The arrow speed calibration scale 114 is initially positioned on the housing 103 in accordance with a determination of the sight length of an archer using the bow, as described further below. Once the arrow speed calibration scale 114 has been positioned, the sight pin adjustment mechanism is moveable relative to the arrow speed calibration scale 114, in such a manner that a selected sight pin is positioned relative to the arrow speed calibration scale as the plurality of sight pins are being simultaneously adjusted. When that selected sight pin has been positioned relative to the arrow speed calibration scale, all of the sight pins 104 will be in appropriate positions relative to each other and to the arrow speed calibration scale, in accordance with the predetermined trajectory formula.
A sight length scale 118 is provided on a portion of the arrow speed calibration scale 114, so that the sight length scale 118 is moveable with the arrow speed calibration scale 114 relative to the housing 103 (
A gang adjustment mechanism is also provided for selectively adjusting the position of the housing 103 relative to a bow. Specifically, as shown in
In sighting an arrow, according to the principles of the present invention, initially the sight length and arrow speed are determined. Sight length is determined by physically measuring the distance from the archer's eye to the sight pins as the archer draws an arrow in the bow. In
At that point all of the sight pins have been simultaneously positioned, according to the predetermined trajectory formula that is at least partially related to (i) the sight length and (ii) the speed of an arrow as it leaves the bow. Thus, the trajectory of an arrow that is being shot from the bow with any of the sight pins has been determined. However, it is possible that a further gang adjustment of the sight may be beneficial, to adjust the direction of an arrow that is being shot from the bow. To determine if such a gang adjustment is beneficial, a test shot at a target is conducted using a selected one of the sight pins. Depending on where the arrow hits the target (e.g. high, low, left or right of the primary target area), a determination is made as to whether a gang adjustment of the plurality of sight pins should be made based on the accuracy of the test shot, and if so making an appropriate gang adjustment of the plurality of sight pins.
It should be further noted that there is an additional sight pin 170 (
In determining the trajectory formula, and applying that trajectory formula to the design of the multi pitch lead screw portions, it is initially noted that the purpose of putting different pitch sections on the same lead screw is to allow objects to be moved relative to each other while maintaining constant proportional spacing. The pitch of a lead screw portion is equal to (1/(number of threads per inch). The distance an object travels that is threaded on to a particular lead screw portion is equal to the number of turns the lead screw portion is rotated multiplied by the pitch of that lead screw portion. For example, if a lead screw portion has 20 threads per inch (the thread makes 20 revolutions in a section 1-inch long) the pitch of that lead screw portion would equal 0.0500. If there was a nut threaded on the lead screw portion and the lead screw portion was rotated 3 turns the nut would move 0.150 inches relative to its' previous position. Having a multi pitch lead screw allows the objects threaded onto each lead screw portion of the multi pitch lead screw to be moved a different amount when the multi pitch lead screw is rotated. For example, if there is a multi pitch lead screw with 2 different pitch sections and an object attached to each of those sections and the pitch that one screw portion is threaded onto is 3 times the pitch that the other screw portion is threaded onto then when the multi pitch lead screw is rotated the one screw portion will travel 3 times the distance the other screw portion traveled. This principal allows objects that are governed by a liner equation to be positioned relative to each other.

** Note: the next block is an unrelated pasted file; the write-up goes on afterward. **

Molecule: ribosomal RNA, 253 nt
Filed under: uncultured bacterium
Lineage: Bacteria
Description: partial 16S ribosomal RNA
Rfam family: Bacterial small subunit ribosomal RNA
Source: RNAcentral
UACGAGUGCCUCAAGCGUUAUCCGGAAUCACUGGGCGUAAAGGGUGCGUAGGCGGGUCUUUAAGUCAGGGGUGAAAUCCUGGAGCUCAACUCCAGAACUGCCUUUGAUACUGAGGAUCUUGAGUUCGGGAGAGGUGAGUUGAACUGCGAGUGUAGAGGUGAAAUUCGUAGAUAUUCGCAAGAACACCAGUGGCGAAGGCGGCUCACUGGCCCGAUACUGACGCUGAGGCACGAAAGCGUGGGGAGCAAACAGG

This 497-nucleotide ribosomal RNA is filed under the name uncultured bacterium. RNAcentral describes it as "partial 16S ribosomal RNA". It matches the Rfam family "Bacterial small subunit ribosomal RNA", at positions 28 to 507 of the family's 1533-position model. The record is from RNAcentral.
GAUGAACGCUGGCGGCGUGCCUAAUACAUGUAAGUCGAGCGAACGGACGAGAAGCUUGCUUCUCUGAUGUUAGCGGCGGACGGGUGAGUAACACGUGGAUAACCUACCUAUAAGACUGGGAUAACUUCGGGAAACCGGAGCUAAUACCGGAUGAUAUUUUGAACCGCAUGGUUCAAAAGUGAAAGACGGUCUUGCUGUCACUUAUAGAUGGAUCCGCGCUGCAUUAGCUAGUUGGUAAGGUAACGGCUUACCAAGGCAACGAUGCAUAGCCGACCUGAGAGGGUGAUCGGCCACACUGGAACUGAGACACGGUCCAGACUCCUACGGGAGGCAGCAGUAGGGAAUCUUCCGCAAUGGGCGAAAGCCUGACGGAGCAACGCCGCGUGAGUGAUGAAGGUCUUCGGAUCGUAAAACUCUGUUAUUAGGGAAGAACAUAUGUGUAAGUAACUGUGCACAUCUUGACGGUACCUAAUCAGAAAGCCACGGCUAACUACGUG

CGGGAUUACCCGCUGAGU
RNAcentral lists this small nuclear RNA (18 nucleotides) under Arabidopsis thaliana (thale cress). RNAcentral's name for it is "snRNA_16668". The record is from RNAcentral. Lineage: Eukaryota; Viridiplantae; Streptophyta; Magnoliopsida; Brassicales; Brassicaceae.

The range equation (1) below is used to determine the distance a projectile will travel given the initial velocity of the projectile and departure angle.
Where R=the distance the projectile travels, v=is initial velocity of the projectile, φ=the departure angle, and g is the acceleration of gravity. This equation can be expanded to account for aerodynamic drag that a projectile would see in practice.
The range equation can then be combined with the equation (2) below which relates departure angle to sight pin height, where (PH) is the height of the sight pin and (SL) is the linear distance from the archers' eye to the sight pin.
The foregoing equation (3) can then be solved and graphed for pin height as a function of initial arrow velocity. The equation can be simplified by assigning values to variables such as sight length and arrow weight. A linear approximation can then be taken for each value of the range. The change in velocity is the same for each sight pin when the lead screw is rotated so the following equation (4) can be derived.
Where (M) is the slope of the equation that controls each sight pin. Since the pitch of the screw is equal to APH when the screw is rotated exactly 1 revolution, any pitch of any portion of the lead screw can be input and the following equation (5) can be used to solve for the remaining pitches.
Thus, the foregoing description provides a unique sighting device and method that enables an arrow to be directed along a predetermined trajectory as the arrow is being shot from a bow. With the foregoing disclosure in mind, it is believed that various ways of providing a device and method to enable an arrow to be directed along a predetermined trajectory as the arrow is being shot from a bow, according to the principles of the present invention, will be apparent to those in the art.
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|U.S. Classification||33/265, 124/87|
|Jul 21, 2011||FPAY||Fee payment|
Year of fee payment: 4
|Apr 30, 2013||SULP||Surcharge for late payment|
|Jul 17, 2013||AS||Assignment|
Owner name: BEAR ARCHERY, INC., INDIANA
Free format text: ASSIGNMENT OF ASSIGNORS INTEREST;ASSIGNOR:GORDON, SEAN;REEL/FRAME:030812/0364
Effective date: 20130627
|Jul 14, 2015||FPAY||Fee payment|
Year of fee payment: 8